2022 marked the 25 year milestone since officially beginning my role on July 7, 1997, as staff editorial cartoonist at The Hamilton Spectator. Previous to then my illustrations regularly appeared on a freelance basis in this paper as well as several other newspapers and magazines across Canada and the United States. I had been editorial cartoonist for the chain of Hamilton area community newspapers known as Brabant, and I got my first start as a published cartoonist as a student at The Fulcrum, while attending the University of Ottawa in the late 1980s and early 90s. Visitors here will know thousands of my cartoons can be mined in searches from this very website. Upon being hired 6000 editorial cartoons or so ago, the Internet was in its infancy, so while all of my cartoons may be found after 2000, ones before then have been added years after they originally appeared in print. Thoughts of putting together a print catalogue book going back several decades are always swirling in the background as a possibility of happening until they aren’t. So until then, folks will just have to settle for nostalgic MacKay cartoons from tablet glass through my vast archives instead of paperback. So many cartoons from the biggest characters from the past quarter century…
Tuesday December 27, 2022. This is a special digital version of Graeme Galleries, Hamilton edition, as a preview to the full page print extravaganza in days to come that will unfold on the Comment Pages of the Hamilton Spectator and several other Metroland newspapers. Click on any of the cartoons to link back to the original dates they were posted:
Editorial Cartoon by Graeme MacKay, The Hamilton Spectator – Saturday December 24, 2022
Angry about Doug Ford or inflation? You’re not alone, ‘rage index’ poll finds
Inflation is fuelling anger among Canadians even though gasoline prices have dropped and most are not worried about their personal finances, a new poll suggests.
Pollara Strategic Insights’ monthly “rage index” survey found people were even more angry about rising prices than they were during the summer.
“People are not in a good mood as the year comes to a close,” Dan Arnold, chief strategy officer at Pollara, said in an interview.
“They’re more upset now about inflation (than in previous rage index polls) and it could be because these things build over time,” said Arnold, noting prices at the gas pumps have actually plunged in recent months.
“It could also be that more people are going out to restaurants and bars for holiday parties and are buying gifts so maybe they are feeling the pinch more than before — that’s probably driving it,” he said.
The firm surveyed 3,834 people across the country from Dec. 8 until last Thursday.
It is an online panel poll, but for comparison purposes, a random sample of this size would have a margin of error of plus or minus 1.6 percentage points, 19 times out of 20.
The survey found 60 per cent have negative feelings about the economy — with 10 per cent happy and about 31 per cent neutral — but when it came to personal finances, responses were less pessimistic.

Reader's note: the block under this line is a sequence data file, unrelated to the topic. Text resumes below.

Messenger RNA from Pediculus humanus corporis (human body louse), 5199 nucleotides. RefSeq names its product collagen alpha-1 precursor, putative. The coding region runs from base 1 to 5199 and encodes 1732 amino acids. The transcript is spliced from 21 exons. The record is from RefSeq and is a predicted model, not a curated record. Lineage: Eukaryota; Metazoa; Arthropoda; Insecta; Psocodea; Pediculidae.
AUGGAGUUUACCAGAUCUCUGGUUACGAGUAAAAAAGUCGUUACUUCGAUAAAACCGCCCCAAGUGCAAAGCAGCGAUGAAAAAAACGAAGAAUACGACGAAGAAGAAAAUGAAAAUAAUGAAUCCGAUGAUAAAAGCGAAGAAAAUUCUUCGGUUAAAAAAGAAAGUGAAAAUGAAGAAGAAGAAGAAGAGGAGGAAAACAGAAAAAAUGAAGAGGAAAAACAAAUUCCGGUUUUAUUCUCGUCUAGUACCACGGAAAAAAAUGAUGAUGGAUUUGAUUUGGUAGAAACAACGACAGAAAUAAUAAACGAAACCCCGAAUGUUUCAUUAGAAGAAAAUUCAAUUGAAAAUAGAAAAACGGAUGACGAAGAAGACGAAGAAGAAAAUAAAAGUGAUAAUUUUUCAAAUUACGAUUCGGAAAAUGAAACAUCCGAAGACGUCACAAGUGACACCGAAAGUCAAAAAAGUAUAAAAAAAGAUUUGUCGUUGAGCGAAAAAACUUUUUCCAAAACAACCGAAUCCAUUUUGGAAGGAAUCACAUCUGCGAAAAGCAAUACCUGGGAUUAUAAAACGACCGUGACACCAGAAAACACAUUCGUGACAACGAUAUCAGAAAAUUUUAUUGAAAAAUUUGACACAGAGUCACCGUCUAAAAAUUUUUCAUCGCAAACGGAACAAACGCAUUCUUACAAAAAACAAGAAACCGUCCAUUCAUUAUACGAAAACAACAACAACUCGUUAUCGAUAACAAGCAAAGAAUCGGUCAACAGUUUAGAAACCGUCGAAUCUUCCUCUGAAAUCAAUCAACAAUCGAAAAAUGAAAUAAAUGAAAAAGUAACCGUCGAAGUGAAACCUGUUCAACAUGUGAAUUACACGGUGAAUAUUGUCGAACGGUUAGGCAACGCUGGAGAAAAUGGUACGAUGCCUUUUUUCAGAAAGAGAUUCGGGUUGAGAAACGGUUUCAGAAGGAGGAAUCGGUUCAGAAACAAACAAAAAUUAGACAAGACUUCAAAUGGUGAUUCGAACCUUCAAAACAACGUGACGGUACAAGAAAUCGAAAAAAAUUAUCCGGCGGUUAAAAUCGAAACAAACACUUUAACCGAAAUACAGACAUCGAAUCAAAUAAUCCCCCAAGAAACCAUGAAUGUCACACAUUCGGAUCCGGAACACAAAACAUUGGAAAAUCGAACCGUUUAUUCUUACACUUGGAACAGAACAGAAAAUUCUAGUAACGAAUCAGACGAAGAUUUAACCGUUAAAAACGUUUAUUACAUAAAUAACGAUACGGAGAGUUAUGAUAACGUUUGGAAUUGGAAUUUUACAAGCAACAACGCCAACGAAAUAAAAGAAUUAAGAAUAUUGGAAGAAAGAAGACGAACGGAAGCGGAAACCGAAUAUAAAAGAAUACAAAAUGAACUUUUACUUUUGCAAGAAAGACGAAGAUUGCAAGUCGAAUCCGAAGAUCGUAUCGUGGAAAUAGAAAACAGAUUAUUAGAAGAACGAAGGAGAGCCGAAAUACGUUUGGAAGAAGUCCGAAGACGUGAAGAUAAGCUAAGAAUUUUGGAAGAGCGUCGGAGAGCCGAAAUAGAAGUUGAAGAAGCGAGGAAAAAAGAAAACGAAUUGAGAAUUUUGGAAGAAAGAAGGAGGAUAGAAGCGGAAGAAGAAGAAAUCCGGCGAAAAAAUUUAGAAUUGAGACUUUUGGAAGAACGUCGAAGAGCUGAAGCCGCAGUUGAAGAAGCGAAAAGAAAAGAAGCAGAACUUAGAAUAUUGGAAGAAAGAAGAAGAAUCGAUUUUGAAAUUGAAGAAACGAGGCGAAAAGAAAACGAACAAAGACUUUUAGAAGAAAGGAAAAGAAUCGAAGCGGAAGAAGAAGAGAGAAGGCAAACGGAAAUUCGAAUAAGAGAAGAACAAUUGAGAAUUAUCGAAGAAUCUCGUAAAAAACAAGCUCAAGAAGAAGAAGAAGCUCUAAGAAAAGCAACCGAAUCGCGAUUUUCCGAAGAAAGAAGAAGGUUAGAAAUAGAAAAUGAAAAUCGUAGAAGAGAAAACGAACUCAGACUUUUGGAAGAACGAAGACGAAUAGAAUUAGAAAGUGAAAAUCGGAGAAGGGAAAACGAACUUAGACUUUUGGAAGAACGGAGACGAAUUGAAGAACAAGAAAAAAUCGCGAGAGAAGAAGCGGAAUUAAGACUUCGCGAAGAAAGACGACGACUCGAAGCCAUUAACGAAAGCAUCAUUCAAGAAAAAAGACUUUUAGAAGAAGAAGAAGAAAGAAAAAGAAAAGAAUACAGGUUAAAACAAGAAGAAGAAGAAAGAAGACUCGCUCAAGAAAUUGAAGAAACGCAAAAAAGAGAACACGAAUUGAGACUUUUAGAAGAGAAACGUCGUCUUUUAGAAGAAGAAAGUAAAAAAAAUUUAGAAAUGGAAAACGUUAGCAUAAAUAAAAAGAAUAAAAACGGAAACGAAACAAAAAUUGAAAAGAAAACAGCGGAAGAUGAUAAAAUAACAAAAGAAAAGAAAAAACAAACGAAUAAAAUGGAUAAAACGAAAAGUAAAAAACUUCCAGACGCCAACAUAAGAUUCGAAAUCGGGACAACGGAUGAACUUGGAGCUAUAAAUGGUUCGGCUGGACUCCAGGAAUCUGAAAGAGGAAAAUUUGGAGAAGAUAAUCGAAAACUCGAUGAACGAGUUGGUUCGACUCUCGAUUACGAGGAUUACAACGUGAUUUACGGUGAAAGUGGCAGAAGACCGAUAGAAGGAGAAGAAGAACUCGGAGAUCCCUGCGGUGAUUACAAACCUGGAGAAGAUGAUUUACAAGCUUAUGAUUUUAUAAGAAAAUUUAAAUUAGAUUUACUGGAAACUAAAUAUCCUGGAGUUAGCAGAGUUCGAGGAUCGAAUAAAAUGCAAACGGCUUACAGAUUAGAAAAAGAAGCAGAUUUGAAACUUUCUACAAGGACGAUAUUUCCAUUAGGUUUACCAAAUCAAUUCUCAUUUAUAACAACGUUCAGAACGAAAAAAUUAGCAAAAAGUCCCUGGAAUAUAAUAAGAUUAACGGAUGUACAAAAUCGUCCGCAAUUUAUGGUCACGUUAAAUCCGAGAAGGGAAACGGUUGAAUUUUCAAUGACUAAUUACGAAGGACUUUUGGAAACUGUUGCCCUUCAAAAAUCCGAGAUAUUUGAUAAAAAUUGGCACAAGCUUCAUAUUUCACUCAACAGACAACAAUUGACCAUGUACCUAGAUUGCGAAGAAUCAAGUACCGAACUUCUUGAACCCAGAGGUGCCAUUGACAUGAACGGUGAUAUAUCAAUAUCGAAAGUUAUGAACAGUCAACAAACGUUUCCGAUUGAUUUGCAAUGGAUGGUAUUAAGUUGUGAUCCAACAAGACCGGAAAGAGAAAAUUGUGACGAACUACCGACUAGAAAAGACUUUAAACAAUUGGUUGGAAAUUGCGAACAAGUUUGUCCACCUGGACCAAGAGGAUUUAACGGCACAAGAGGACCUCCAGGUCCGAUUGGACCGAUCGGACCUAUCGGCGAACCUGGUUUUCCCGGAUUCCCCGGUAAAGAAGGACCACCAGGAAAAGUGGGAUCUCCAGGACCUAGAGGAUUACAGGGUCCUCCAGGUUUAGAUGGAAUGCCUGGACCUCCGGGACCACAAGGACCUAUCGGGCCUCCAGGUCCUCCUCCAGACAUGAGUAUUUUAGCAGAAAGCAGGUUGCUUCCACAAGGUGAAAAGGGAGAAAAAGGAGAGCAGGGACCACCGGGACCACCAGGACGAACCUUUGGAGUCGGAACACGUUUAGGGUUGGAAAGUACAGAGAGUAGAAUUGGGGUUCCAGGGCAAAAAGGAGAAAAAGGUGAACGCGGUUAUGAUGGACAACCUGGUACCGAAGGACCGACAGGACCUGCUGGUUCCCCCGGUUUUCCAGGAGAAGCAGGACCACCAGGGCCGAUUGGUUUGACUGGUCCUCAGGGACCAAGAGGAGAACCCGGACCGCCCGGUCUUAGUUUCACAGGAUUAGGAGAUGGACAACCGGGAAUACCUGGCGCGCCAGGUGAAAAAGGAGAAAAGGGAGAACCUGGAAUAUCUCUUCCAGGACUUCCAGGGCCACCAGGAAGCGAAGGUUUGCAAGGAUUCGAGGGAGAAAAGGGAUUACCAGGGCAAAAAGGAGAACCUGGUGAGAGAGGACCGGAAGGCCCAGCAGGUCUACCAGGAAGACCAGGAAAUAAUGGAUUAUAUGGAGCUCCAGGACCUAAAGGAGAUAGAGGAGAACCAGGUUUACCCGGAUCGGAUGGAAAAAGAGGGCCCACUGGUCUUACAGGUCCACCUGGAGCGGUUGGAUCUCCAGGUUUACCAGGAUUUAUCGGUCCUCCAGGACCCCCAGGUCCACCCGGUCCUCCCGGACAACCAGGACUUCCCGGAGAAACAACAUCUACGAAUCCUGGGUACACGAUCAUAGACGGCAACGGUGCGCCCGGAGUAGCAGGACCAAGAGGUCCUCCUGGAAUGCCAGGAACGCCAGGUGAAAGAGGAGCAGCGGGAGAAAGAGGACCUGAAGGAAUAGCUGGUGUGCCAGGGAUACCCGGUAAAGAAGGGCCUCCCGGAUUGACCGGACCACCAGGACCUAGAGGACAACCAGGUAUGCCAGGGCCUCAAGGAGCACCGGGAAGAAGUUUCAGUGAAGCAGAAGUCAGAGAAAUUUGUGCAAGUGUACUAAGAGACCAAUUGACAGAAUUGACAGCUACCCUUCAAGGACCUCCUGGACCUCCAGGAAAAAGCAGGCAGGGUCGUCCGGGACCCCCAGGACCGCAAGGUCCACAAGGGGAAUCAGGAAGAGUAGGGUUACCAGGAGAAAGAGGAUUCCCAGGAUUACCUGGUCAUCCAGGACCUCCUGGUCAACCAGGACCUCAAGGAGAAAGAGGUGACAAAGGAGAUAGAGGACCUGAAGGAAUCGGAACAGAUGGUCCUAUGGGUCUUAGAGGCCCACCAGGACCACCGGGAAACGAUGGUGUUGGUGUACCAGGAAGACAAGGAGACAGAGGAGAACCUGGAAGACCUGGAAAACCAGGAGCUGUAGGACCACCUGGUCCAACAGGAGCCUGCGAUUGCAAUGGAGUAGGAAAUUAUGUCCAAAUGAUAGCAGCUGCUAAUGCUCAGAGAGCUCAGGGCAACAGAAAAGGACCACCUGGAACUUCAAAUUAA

Here in Ontario, those surveyed expressed anger toward Premier Doug Ford’s Progressive Conservatives for opening up the Greenbelt of environmentally sensitive land to housing development.
Some 62 per cent said they were angry about the surprise move — which allows 7,400 acres to be developed in exchange for all 9,400 acres of farm fields and wetlands elsewhere — while just eight per cent were happy and 30 per cent neutral.
“The Greenbelt move is damaging for him; his negatives appear to be on the rise,” Arnold said of Ford, whose party was re-elected June 2 with an expanded majority.
“One-third of Tory voters (33 per cent) are angry about it,” he said, adding only 19 per cent of PC voters approved.
Among self-identified New Democrats, 90 per cent disapproved of building on the Greenbelt, while 69 per cent of Liberal voters panned the scheme.
Ford was also criticized for his abandoned plan to use the Constitution’s “notwithstanding clause” to impose a contract on unionized education workers earlier this fall.
The poll suggests that invocation was a provocation with 61 per cent angry about it and 15 per cent happy and 25 per cent neutral.
“There was a lot of anger over this,” said Arnold, pointing out that 26 per cent of Tories were angry, although 37 per cent were happy.
Three-quarters of NDP voters — 76 per cent — were angry with the overriding of workers’ Charter rights with only one per cent happy; 72 per cent of Liberals were angry and eight per cent were happy. (The Toronto Star)
From sketch to finish, in 30 seconds, see the current way Graeme completes an editorial cartoon using an iPencil, the Procreate app, and a couple of cheats on an iPad Pro … These sped up clips are posted to encourage others to be creative, to take advantage of the technology many of us already have and to use it to produce satire. Comfort the afflicted. Afflict the comforted.
This clip shows the concept to sketch process. An uncoloured rough will be sent to an editor for approval. It shows the subject matter, the characters and setting, whatever text is in mind – in other words the general gist of what will be served up to readers the next morning. When accepted, you’ll note the sketch fades to a light grey and will serve as a guide on a new layer where lines will be refined and details added:
The second part involves colouring, patterning, shading and highlighting to create a three dimensional effect. This is when the cartoon takes on life:
There are many many bells and whistles through the Procreate app that remain elusive to me but can potentially add more effects. It’s a never ending journey to discover new capabilities to look forward to in the coming years of cartooning.